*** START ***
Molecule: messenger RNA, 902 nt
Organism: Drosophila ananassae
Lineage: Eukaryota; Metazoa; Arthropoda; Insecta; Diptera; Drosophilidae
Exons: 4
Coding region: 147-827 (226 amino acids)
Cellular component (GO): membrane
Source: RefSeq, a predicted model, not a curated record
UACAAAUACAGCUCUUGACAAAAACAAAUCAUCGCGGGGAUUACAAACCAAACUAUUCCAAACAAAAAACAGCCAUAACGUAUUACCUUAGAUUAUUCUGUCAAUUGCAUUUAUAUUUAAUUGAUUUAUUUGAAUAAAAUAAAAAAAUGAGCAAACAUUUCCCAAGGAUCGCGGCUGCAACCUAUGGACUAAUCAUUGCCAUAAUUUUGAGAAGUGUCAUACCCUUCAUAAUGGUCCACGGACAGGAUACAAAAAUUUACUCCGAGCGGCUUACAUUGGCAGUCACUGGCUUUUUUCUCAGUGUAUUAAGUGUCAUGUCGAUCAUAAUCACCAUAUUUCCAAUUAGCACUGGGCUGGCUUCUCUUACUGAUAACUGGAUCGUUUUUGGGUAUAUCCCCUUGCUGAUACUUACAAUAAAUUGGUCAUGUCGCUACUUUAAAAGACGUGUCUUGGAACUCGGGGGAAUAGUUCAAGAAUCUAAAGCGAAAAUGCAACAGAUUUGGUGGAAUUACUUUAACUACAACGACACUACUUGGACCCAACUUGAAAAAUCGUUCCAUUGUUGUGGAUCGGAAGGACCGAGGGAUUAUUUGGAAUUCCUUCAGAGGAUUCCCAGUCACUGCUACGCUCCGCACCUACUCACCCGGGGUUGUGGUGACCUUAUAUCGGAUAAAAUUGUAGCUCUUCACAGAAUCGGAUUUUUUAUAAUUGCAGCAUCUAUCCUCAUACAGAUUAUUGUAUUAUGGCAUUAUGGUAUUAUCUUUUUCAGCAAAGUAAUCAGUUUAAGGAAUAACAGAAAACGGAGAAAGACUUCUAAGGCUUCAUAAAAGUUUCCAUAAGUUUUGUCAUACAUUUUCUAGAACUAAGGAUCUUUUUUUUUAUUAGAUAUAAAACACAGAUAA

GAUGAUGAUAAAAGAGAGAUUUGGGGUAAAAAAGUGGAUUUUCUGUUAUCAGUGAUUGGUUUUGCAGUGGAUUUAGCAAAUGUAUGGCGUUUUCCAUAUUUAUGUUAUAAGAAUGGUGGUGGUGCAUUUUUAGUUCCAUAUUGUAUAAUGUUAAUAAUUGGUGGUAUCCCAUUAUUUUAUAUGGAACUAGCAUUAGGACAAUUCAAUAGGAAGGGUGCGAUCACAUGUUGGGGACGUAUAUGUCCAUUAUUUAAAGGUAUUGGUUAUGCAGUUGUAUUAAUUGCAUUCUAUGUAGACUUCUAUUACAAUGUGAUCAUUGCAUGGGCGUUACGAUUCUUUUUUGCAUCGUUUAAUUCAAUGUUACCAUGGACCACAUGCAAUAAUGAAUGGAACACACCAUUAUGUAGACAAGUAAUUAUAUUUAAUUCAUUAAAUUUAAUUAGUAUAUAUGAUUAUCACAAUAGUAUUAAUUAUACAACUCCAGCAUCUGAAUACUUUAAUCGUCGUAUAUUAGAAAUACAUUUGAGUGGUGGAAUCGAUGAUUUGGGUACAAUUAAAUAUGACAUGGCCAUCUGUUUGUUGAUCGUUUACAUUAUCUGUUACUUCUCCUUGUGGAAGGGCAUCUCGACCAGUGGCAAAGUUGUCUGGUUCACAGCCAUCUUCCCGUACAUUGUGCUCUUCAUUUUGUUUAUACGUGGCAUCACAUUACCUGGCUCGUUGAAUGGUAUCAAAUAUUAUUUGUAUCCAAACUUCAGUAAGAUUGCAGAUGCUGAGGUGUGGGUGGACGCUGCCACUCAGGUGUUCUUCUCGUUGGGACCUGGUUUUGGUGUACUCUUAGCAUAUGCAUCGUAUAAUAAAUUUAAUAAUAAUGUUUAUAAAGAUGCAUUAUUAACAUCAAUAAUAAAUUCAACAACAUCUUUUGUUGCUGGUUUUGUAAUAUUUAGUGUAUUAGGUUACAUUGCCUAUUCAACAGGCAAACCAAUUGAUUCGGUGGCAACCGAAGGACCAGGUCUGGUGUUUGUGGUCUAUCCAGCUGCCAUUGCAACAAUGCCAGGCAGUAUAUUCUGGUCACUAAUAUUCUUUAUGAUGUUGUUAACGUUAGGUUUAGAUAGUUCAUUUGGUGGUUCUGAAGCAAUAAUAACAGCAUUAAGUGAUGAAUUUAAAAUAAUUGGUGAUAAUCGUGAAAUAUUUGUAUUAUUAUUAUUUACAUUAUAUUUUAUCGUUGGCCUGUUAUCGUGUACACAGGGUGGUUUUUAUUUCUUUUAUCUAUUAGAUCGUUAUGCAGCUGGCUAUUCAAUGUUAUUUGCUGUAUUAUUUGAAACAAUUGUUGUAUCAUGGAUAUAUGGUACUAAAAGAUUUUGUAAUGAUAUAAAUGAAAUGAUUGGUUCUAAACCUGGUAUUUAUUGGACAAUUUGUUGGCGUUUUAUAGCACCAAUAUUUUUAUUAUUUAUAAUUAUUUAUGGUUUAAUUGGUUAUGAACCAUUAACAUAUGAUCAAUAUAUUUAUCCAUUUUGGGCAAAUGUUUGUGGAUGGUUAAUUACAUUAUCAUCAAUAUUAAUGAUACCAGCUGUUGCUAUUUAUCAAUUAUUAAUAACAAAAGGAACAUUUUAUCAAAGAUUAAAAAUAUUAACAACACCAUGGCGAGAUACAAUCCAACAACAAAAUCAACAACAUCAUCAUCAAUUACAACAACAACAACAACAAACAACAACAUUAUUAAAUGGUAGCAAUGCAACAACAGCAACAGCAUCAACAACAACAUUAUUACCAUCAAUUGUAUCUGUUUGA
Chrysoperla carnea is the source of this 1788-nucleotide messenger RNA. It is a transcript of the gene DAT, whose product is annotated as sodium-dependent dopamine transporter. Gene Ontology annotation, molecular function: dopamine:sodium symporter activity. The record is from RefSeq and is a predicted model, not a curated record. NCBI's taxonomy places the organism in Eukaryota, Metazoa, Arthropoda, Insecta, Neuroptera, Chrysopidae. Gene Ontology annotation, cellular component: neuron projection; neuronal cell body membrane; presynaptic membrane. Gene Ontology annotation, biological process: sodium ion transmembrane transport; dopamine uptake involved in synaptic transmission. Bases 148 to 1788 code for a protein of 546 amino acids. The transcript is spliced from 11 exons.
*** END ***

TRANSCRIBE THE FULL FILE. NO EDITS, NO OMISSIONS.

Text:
Molecule: messenger RNA, 902 nt
Organism: Drosophila ananassae
Lineage: Eukaryota; Metazoa; Arthropoda; Insecta; Diptera; Drosophilidae
Exons: 4
Coding region: 147-827 (226 amino acids)
Cellular component (GO): membrane
Source: RefSeq, a predicted model, not a curated record
UACAAAUACAGCUCUUGACAAAAACAAAUCAUCGCGGGGAUUACAAACCAAACUAUUCCAAACAAAAAACAGCCAUAACGUAUUACCUUAGAUUAUUCUGUCAAUUGCAUUUAUAUUUAAUUGAUUUAUUUGAAUAAAAUAAAAAAAUGAGCAAACAUUUCCCAAGGAUCGCGGCUGCAACCUAUGGACUAAUCAUUGCCAUAAUUUUGAGAAGUGUCAUACCCUUCAUAAUGGUCCACGGACAGGAUACAAAAAUUUACUCCGAGCGGCUUACAUUGGCAGUCACUGGCUUUUUUCUCAGUGUAUUAAGUGUCAUGUCGAUCAUAAUCACCAUAUUUCCAAUUAGCACUGGGCUGGCUUCUCUUACUGAUAACUGGAUCGUUUUUGGGUAUAUCCCCUUGCUGAUACUUACAAUAAAUUGGUCAUGUCGCUACUUUAAAAGACGUGUCUUGGAACUCGGGGGAAUAGUUCAAGAAUCUAAAGCGAAAAUGCAACAGAUUUGGUGGAAUUACUUUAACUACAACGACACUACUUGGACCCAACUUGAAAAAUCGUUCCAUUGUUGUGGAUCGGAAGGACCGAGGGAUUAUUUGGAAUUCCUUCAGAGGAUUCCCAGUCACUGCUACGCUCCGCACCUACUCACCCGGGGUUGUGGUGACCUUAUAUCGGAUAAAAUUGUAGCUCUUCACAGAAUCGGAUUUUUUAUAAUUGCAGCAUCUAUCCUCAUACAGAUUAUUGUAUUAUGGCAUUAUGGUAUUAUCUUUUUCAGCAAAGUAAUCAGUUUAAGGAAUAACAGAAAACGGAGAAAGACUUCUAAGGCUUCAUAAAAGUUUCCAUAAGUUUUGUCAUACAUUUUCUAGAACUAAGGAUCUUUUUUUUUAUUAGAUAUAAAACACAGAUAA

GAUGAUGAUAAAAGAGAGAUUUGGGGUAAAAAAGUGGAUUUUCUGUUAUCAGUGAUUGGUUUUGCAGUGGAUUUAGCAAAUGUAUGGCGUUUUCCAUAUUUAUGUUAUAAGAAUGGUGGUGGUGCAUUUUUAGUUCCAUAUUGUAUAAUGUUAAUAAUUGGUGGUAUCCCAUUAUUUUAUAUGGAACUAGCAUUAGGACAAUUCAAUAGGAAGGGUGCGAUCACAUGUUGGGGACGUAUAUGUCCAUUAUUUAAAGGUAUUGGUUAUGCAGUUGUAUUAAUUGCAUUCUAUGUAGACUUCUAUUACAAUGUGAUCAUUGCAUGGGCGUUACGAUUCUUUUUUGCAUCGUUUAAUUCAAUGUUACCAUGGACCACAUGCAAUAAUGAAUGGAACACACCAUUAUGUAGACAAGUAAUUAUAUUUAAUUCAUUAAAUUUAAUUAGUAUAUAUGAUUAUCACAAUAGUAUUAAUUAUACAACUCCAGCAUCUGAAUACUUUAAUCGUCGUAUAUUAGAAAUACAUUUGAGUGGUGGAAUCGAUGAUUUGGGUACAAUUAAAUAUGACAUGGCCAUCUGUUUGUUGAUCGUUUACAUUAUCUGUUACUUCUCCUUGUGGAAGGGCAUCUCGACCAGUGGCAAAGUUGUCUGGUUCACAGCCAUCUUCCCGUACAUUGUGCUCUUCAUUUUGUUUAUACGUGGCAUCACAUUACCUGGCUCGUUGAAUGGUAUCAAAUAUUAUUUGUAUCCAAACUUCAGUAAGAUUGCAGAUGCUGAGGUGUGGGUGGACGCUGCCACUCAGGUGUUCUUCUCGUUGGGACCUGGUUUUGGUGUACUCUUAGCAUAUGCAUCGUAUAAUAAAUUUAAUAAUAAUGUUUAUAAAGAUGCAUUAUUAACAUCAAUAAUAAAUUCAACAACAUCUUUUGUUGCUGGUUUUGUAAUAUUUAGUGUAUUAGGUUACAUUGCCUAUUCAACAGGCAAACCAAUUGAUUCGGUGGCAACCGAAGGACCAGGUCUGGUGUUUGUGGUCUAUCCAGCUGCCAUUGCAACAAUGCCAGGCAGUAUAUUCUGGUCACUAAUAUUCUUUAUGAUGUUGUUAACGUUAGGUUUAGAUAGUUCAUUUGGUGGUUCUGAAGCAAUAAUAACAGCAUUAAGUGAUGAAUUUAAAAUAAUUGGUGAUAAUCGUGAAAUAUUUGUAUUAUUAUUAUUUACAUUAUAUUUUAUCGUUGGCCUGUUAUCGUGUACACAGGGUGGUUUUUAUUUCUUUUAUCUAUUAGAUCGUUAUGCAGCUGGCUAUUCAAUGUUAUUUGCUGUAUUAUUUGAAACAAUUGUUGUAUCAUGGAUAUAUGGUACUAAAAGAUUUUGUAAUGAUAUAAAUGAAAUGAUUGGUUCUAAACCUGGUAUUUAUUGGACAAUUUGUUGGCGUUUUAUAGCACCAAUAUUUUUAUUAUUUAUAAUUAUUUAUGGUUUAAUUGGUUAUGAACCAUUAACAUAUGAUCAAUAUAUUUAUCCAUUUUGGGCAAAUGUUUGUGGAUGGUUAAUUACAUUAUCAUCAAUAUUAAUGAUACCAGCUGUUGCUAUUUAUCAAUUAUUAAUAACAAAAGGAACAUUUUAUCAAAGAUUAAAAAUAUUAACAACACCAUGGCGAGAUACAAUCCAACAACAAAAUCAACAACAUCAUCAUCAAUUACAACAACAACAACAACAAACAACAACAUUAUUAAAUGGUAGCAAUGCAACAACAGCAACAGCAUCAACAACAACAUUAUUACCAUCAAUUGUAUCUGUUUGA
Chrysoperla carnea is the source of this 1788-nucleotide messenger RNA. It is a transcript of the gene DAT, whose product is annotated as sodium-dependent dopamine transporter. Gene Ontology annotation, molecular function: dopamine:sodium symporter activity. The record is from RefSeq and is a predicted model, not a curated record. NCBI's taxonomy places the organism in Eukaryota, Metazoa, Arthropoda, Insecta, Neuroptera, Chrysopidae. Gene Ontology annotation, cellular component: neuron projection; neuronal cell body membrane; presynaptic membrane. Gene Ontology annotation, biological process: sodium ion transmembrane transport; dopamine uptake involved in synaptic transmission. Bases 148 to 1788 code for a protein of 546 amino acids. The transcript is spliced from 11 exons.